AOPA will be closing at 2:30 p.m. EDT, August 29th, in observance of the Labor Day Holiday. We will reopen on 8:30 a.m. EDT, Tuesday, September 2nd.
September 10, 2012
By Dan Namowitz
It’s foggy this morning in the Berkshires. Temperature and dew point both stand at 18 degrees Celsius. The wooded ridges of the western Massachusetts hill country, charming to viewers on a clear day, barely show through the mist.
The arrival into Great Barrington’s Walter J. Koladza Airport several days ago concluded under bright skies, saving a ground trek from Barnes Municipal in distant Westfield. That tower-controlled airport northwest of Bradley International was the alternate in case weather was too much for Great Barrington’s nonprecision RNAV (GPS) and NDB approaches.
You’d love to keep the vacation going, but the world is calling. The passengers decide to slip away for one more canoe outing on Long Pond. They frown when you decline in favor of flight planning—and then off they go.
Great Barrington airport strikes a visitor as one of those wonderful general aviation havens where it must be common for out-of-state autos to nose up to the fence and a vacationer with a pilot certificate to dismount and survey the scene “for next time.” The nontowered airport (elevation 739 feet msl) with its 2,579-foot Runway 11/29, doubtless makes it onto many lists for fall-foliage flights, surrounded as it is by all that country elegance.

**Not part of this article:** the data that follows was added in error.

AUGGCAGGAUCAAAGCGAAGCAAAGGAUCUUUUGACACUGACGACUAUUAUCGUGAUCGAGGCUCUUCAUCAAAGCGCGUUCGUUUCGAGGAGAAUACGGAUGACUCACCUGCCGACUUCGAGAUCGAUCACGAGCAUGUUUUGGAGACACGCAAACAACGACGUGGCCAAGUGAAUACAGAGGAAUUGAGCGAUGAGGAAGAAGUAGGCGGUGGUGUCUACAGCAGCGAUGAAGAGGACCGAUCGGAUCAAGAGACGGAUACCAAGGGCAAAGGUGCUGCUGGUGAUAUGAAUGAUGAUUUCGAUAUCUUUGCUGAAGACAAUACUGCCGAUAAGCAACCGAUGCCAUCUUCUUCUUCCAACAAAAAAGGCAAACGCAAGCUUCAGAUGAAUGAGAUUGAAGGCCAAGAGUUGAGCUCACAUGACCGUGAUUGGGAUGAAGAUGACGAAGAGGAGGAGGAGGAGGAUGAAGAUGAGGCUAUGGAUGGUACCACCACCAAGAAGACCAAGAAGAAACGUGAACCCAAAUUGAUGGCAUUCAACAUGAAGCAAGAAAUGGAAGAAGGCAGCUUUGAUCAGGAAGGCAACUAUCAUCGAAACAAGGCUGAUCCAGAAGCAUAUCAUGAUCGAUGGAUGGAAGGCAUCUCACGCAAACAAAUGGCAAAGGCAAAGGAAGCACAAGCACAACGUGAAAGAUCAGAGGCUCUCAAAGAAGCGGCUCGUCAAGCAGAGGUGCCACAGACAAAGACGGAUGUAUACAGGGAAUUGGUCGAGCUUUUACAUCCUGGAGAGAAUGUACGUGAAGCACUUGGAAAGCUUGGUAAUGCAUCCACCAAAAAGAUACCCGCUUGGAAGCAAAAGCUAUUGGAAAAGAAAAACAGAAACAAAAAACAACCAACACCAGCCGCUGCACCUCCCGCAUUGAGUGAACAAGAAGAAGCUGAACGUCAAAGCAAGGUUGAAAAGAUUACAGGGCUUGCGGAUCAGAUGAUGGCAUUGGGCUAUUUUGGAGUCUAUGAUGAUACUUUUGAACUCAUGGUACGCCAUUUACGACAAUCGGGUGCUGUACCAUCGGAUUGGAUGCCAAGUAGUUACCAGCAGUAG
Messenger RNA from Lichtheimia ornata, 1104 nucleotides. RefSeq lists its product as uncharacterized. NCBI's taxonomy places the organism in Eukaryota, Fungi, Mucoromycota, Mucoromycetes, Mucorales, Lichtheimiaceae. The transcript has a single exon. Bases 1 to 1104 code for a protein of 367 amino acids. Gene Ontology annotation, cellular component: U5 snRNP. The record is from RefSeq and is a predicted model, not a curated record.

From the IFR pilot’s perspective, that short runway, hills, and instrument conditions for departure mean skipping the canoe trip and focusing on departure planning.
No standard instrument departure (SID) exists for Great Barrington, but there is an example of that other kind of published departure: an obstacle departure procedure (ODP) to assure safe egress above the hills. According to the Instrument Flying Handbook, both SIDs and ODPs “provide obstacle clearance provided the aircraft crosses the end of the runway at least 35 feet AGL; climbs to 400 feet above airport elevation before turning; and climbs at least 200 feet per nautical mile, unless a higher climb gradient is specified to the assigned altitude.”
Know that ODP, and know how to calculate your aircraft’s climb per nautical mile from tables or a flight computer.
Fortunately, you are scrupulous about checking notices to airmen—and you discover that one is currently WIE for Great Barrington, increasing the departure procedure’s altitude before turning from 2,200 feet msl to 2,400 feet.
The canoers have returned, and inquire, “Are we ready to go?”
Dan Namowitz is an aviation writer and flight instructor. He has been a pilot since 1985 and an instructor since 1990.
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